Teens on a Budget: Helping Kids Adjust to Less Holiday Gifts

Many kids might have hear 'no, no, no' to their holiday wishes this year. Here's how to help your adolescent adjust.

This holiday season, many moms and dads will have to say “no” to their tweens and teens’ holiday hopes for designer clothes and shiny new gadgets. Perhaps it’s due to financial issues or families just hoping to scale back, but breaking the news won’t exactly stir up holiday cheer. But there are ways you can help your adolescent adjust.

Preventative steps

Greg Oliver’s son was usually on his own as a teen when it came to buying the latest video game or going to a weekend movie. Sometimes he was able to afford what he wanted; others, he had to wait, or even cancel plans. It could be be a big bummer.

And Oliver, who’s also a psychologist, thinks that was and is a good thing. Not because he’s a mean dad. But because he believes it taught his son valuable life lessons.

“That kind of practice and experience of being disappointed is important for kids to go through,” Oliver says. “That way, when they face something that is more serious like a family economic change, the disappointment is not completely foreign or brand new to them.”

The idea is for kids to experience delayed gratification in order to teach them how to deal with having their material needs postponed. Or even eliminated.

Open communication

However, Oliver understands that for many families, this exercise might be too late. For kids who are largely used to getting what they want, the shift can be jarring. Even if that’s not the case, kids can develop anxieties or worries if they feel they’re losing their sense of security.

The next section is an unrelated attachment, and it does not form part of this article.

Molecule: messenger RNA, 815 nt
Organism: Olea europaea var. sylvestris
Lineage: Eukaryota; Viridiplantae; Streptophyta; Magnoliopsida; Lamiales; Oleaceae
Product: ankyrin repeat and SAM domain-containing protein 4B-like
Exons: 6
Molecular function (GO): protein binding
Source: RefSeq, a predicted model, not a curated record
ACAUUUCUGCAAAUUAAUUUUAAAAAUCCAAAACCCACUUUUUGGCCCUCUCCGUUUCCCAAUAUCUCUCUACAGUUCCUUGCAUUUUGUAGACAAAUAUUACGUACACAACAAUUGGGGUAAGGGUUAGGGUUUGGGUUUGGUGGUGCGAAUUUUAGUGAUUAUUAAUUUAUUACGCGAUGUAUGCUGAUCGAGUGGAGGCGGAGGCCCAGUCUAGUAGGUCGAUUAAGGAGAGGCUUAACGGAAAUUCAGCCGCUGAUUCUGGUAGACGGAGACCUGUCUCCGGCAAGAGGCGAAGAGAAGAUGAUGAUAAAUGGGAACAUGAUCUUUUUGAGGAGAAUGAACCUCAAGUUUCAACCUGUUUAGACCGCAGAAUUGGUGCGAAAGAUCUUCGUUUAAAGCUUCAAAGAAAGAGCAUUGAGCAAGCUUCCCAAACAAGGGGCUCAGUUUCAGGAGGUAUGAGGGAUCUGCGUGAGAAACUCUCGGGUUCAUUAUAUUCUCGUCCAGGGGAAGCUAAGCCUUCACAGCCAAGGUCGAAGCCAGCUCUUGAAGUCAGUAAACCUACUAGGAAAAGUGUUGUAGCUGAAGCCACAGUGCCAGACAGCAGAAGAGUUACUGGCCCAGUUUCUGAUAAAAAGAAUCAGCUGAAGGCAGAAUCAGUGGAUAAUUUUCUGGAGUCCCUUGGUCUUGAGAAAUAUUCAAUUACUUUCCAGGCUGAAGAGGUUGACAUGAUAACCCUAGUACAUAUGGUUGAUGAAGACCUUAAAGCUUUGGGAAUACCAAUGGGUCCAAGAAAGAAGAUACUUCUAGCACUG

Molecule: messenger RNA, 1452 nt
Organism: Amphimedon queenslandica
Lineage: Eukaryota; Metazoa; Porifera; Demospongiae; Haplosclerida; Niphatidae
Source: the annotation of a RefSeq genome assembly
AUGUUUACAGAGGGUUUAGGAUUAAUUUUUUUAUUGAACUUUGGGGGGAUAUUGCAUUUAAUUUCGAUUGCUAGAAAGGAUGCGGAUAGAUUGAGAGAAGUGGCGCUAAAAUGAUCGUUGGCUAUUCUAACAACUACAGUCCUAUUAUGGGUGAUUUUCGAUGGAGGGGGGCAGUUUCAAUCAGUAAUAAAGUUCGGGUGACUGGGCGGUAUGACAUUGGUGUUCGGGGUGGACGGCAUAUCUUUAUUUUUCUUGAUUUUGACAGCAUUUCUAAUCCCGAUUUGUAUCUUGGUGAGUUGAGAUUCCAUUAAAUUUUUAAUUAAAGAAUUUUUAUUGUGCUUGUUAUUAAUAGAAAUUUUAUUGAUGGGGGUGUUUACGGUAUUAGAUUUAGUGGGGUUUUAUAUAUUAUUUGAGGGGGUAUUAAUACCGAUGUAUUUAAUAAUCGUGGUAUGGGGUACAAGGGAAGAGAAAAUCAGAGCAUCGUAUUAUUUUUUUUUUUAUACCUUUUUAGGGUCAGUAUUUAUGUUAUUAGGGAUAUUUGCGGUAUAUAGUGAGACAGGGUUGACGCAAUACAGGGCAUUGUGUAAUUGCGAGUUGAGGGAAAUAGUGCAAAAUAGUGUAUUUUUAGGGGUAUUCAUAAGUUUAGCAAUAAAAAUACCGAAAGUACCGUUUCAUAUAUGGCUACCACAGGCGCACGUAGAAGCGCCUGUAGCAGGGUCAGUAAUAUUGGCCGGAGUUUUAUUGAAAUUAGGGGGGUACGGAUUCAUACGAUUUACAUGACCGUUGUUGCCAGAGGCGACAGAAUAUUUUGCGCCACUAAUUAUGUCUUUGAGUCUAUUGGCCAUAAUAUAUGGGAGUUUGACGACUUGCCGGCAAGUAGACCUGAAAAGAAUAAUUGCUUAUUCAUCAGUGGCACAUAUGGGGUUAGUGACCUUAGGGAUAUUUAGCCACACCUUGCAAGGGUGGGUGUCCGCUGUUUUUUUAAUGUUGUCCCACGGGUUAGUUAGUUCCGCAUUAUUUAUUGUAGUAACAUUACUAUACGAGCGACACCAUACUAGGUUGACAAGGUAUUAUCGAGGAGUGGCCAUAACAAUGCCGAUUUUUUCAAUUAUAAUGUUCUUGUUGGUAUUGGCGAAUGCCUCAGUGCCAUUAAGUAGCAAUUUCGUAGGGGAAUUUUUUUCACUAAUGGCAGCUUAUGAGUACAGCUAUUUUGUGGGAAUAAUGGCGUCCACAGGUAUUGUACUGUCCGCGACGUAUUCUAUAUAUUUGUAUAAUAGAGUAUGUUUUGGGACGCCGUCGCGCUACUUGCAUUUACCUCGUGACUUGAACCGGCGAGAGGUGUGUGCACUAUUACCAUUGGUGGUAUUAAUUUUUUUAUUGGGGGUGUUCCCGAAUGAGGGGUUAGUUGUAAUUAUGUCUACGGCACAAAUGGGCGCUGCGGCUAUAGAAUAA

The remedy, says Oliver, is for families to set up a formal meeting and talk about what is going on.

Certified financial planner Karen Norman of Norman Financial Planning in Troy also thinks it’s a good idea for parents to have open dialogue with their kids about family finances, especially when tough times arise. She suggests conversations on a regular basis – whether it’s once a month or quarter – and families should discuss everything from how the mortgage and other bills are paid to how to afford extras, like school activities.

“This isn’t to make kids more worried about things than they need to be,” Norman says. “It’s more of an instructional thing to say, ‘This is how mom and dad have to plan our lives, and when you grow up, you’ll have to do the same thing.'”

Long-haul lessons

Norman adds that discussions about scaling back present parents with a great opportunity to get kids on the right track to becoming better consumers – as well as teach them about the importance of saving.

“If parents look at it as an opportunity to teach kids some financial responsibility, then it’s going to help their kids learn a lesson that they’ll need 10, 15 or 20 years down the road,” Oliver says.

Another positive part of the situation, he notes, is that family members discover how to rely on each other – and teens learn to respect and appreciate those relationships.

“The actual experience of a tough time is how kids can learn about materialism and what really counts,” Oliver says. “Some tough economic times are important for kids to experience disappointment and struggle, so they learn the value of a dollar and they learn the value of people.”

This post was originally published in 2009 and has been updated for 2016.


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